Whether or not you can visit the Silver Eye Center for Photography to see this show in person, Ricky Jay’s book with Rosamond Purcell’s’ photographs is a must have for it provides an expanded selection of images intermixed with Jay’s dicey history. The book is constructed around 12 short essays including poetry and historical anecdotes. Jay, a magician and historian of magic, traces the existence of dice from “the dirt excavated at Pompeii and Herculaneum,” to the Creoles of New Orleans. He includes a section “When a Die Dies” that describes some of the chemistry behind his collection of self-destructing plastic dice. Jay explains, “In 1868 John Wesley Hyatt formed a substance from a homogeneous colloidal dispersion of nitric acid, sulphuric acid, cotton fibers, and champhor.” According to Jay, this was the material of choice for making dice up until the middle of the twentieth century when it was replaced with “less flammable cellulose acetate.” Published by The Quantuck Lane Press (First Edition, 2003), this small, thin volume can easily be read in the time it takes a commuter to travel from home to office. Anyone wishing to learn more about the Silver Eye Center for Photography, shown in Figure 4, can either visit their website at or call them at 412-431-5777.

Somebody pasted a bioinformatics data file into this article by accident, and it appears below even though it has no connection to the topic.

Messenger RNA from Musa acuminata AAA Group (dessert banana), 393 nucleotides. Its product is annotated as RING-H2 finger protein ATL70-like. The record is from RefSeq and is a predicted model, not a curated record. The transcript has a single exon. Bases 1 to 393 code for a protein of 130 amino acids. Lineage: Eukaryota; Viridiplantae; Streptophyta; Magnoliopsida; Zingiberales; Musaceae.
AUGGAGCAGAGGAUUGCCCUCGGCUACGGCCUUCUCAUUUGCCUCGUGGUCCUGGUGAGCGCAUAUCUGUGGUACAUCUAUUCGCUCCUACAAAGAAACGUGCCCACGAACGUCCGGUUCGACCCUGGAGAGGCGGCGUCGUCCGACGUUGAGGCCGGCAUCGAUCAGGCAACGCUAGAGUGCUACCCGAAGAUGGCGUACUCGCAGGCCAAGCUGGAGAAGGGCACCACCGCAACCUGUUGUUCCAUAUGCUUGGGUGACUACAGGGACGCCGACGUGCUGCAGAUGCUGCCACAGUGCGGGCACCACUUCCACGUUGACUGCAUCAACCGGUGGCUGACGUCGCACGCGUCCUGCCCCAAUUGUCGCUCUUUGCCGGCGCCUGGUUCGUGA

Figure 4 Silver Eye Center for Photography (2008). East Carson Street, South Side, Pittsburgh. Black & white gelatin-silver print. Allen C. Benson.